Creating a New Hard Drive Partition using Windows 7

Melanie Gross
Aug 5, 2011
Updated • Jun 14, 2014
Windows, Windows tips

Windows 7 has a built-in utility to create, resize, or delete hard drive partitions. No third party software utilities are required.

You are able to expand or condense partitions after creating them using the inherent function rather than blowing cash on a third party utility that is simply going to perform the actions in this step-by-step tutorial.

The process is fortunately simple and useful if you are ready to add a different operating system option with a hard drive partition. Whatever your purposes are, Windows7 actually makes is easy.

To begin, go to Start > Right-click Computer > Manage (or enter computer in the search and run box and select Computer Management from the results listing).

This is the computer management window which will open. Remember, this is a right-click to get the Manage option. Click on Storage > Disk Management. This is how you will be able to select the drive you want to partition. You should see a similar listing of all connected disks and drives after a scan of the system drives.

disk management

Choose which drive that you want to partition. There may be, of course, more hard drives on the system. External hard drives can be partitioned as well, but that is another matter. The focus will remain on partitioning an existing internal hard drive. Right-click on the drive that you want to partition and click Shrink Volume.

A query for available disk space will commence and next a window will be presented to demonstrate the size of the hard drive and what space is available for shrink. You will need to enter the amount that you want to shrink, or the size of the new partition. Obviously, it cannot be more than the amount of space available and the amount of space needed should have been carefully considered. There is no need to create an excessively large partition if it is not going to be used.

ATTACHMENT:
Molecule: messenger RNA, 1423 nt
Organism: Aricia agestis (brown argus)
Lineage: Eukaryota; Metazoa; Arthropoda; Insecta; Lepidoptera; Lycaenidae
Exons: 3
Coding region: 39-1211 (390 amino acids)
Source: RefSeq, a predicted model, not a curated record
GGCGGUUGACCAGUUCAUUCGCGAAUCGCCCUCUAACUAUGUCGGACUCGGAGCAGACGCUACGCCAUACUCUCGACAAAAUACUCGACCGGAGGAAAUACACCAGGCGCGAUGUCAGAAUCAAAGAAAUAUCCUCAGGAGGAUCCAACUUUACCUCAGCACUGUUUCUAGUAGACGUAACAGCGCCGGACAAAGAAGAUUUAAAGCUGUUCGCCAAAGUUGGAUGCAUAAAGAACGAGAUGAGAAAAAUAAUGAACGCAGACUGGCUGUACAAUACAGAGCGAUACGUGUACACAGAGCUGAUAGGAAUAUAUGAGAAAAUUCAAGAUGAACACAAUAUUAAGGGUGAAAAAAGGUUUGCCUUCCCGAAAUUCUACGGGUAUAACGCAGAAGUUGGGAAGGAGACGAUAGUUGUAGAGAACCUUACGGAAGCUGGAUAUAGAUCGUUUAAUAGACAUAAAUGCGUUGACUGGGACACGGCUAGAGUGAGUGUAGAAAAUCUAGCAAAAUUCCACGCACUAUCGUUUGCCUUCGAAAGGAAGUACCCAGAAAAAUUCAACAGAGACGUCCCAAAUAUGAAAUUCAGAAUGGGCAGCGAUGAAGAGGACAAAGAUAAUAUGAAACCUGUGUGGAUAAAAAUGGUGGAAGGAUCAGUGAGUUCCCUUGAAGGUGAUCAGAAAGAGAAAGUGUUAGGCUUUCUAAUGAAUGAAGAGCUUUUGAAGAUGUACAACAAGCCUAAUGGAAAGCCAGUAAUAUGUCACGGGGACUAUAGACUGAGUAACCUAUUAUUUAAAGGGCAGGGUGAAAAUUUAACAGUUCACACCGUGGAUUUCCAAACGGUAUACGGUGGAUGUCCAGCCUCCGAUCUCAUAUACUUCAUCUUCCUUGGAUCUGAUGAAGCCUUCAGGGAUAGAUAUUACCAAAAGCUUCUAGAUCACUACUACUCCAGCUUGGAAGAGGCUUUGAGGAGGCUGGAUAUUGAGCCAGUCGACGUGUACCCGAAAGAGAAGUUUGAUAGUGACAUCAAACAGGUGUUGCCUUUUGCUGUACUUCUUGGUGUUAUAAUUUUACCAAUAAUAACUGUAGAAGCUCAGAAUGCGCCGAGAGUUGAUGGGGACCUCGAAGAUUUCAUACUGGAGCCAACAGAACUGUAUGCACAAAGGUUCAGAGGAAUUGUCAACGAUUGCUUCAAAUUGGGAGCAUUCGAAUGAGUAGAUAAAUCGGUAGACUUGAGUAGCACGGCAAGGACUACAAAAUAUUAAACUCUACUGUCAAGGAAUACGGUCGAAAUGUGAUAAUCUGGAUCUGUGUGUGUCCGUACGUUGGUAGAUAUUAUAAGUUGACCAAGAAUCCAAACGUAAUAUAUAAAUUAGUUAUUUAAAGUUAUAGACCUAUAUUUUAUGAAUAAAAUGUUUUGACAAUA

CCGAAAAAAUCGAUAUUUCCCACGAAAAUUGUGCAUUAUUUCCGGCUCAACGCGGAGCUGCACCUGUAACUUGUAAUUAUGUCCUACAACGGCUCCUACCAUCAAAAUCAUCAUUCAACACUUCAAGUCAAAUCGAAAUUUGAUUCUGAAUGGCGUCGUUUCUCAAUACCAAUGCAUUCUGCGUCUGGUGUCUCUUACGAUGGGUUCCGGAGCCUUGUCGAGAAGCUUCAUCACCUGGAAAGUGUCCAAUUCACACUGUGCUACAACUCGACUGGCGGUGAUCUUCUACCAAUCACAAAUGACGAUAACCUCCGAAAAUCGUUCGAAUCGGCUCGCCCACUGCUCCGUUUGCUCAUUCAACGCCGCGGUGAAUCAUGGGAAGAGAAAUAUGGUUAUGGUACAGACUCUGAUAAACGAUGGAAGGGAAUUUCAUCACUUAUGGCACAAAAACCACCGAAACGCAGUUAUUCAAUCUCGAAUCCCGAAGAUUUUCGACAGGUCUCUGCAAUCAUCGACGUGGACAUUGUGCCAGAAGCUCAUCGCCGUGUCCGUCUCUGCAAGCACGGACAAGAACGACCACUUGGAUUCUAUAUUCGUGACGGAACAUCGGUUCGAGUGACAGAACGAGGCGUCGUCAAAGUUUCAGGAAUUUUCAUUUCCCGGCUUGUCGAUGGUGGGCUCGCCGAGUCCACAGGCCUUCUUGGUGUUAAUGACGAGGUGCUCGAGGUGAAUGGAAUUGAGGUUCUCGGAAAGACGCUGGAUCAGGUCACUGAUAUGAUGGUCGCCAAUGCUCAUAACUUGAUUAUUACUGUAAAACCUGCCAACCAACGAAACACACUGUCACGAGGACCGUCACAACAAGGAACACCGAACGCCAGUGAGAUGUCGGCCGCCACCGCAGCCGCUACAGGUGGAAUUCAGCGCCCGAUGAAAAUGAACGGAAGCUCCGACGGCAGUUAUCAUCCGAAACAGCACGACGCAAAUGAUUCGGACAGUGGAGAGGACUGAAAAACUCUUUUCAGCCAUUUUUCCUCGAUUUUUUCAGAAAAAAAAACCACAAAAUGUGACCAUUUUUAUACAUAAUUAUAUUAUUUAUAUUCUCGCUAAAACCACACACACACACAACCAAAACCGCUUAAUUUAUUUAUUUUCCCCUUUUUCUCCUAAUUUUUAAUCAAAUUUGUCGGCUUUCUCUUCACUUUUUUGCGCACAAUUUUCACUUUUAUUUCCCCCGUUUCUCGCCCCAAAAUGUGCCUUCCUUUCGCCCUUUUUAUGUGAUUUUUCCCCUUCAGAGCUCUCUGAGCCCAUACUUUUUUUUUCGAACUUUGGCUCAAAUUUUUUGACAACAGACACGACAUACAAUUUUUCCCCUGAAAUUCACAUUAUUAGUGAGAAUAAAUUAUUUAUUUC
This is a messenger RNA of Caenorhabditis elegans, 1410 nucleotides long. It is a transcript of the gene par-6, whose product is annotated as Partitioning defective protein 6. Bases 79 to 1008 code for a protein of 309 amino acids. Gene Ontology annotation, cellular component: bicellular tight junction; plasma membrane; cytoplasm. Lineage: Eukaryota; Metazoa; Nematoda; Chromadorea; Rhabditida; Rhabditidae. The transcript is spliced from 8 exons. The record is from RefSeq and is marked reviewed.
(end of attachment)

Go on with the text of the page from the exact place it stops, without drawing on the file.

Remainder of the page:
The "Enter the amount of space to shrink in MB value needs to be set. This basically cuts the selected amount of Megabytes from the current partition and makes it available for another one. Please note that you need to enter the amount in Megabytes in the menu. 1000 Megabytes are one Gigabyte, for 100 Gigabyte you would enter 100000 in the form.

Click Shrink after entering the values and the operation will take a period of time to complete, depending on the drive size and shrink amount selected. When it is complete, you will see an unallocated space representing this size selected.


Select this unallocated space and right-click and choose New Simple Volume. The setup Wizard will appear. Follow the steps and fill in the partition size. Typically, this is the same size as that selected for shrink, but may differ by a few megabytes.

Click Next and assign a drive letter of your choice. It is irrelevant which drive letter you choose as long as it is not already assigned. In this example, the drive letter M is chosen for this new partition, but you are free to select another free driver letter instead. Select NTFS and enter a name for the drive. Simply click finish and the partition has been created.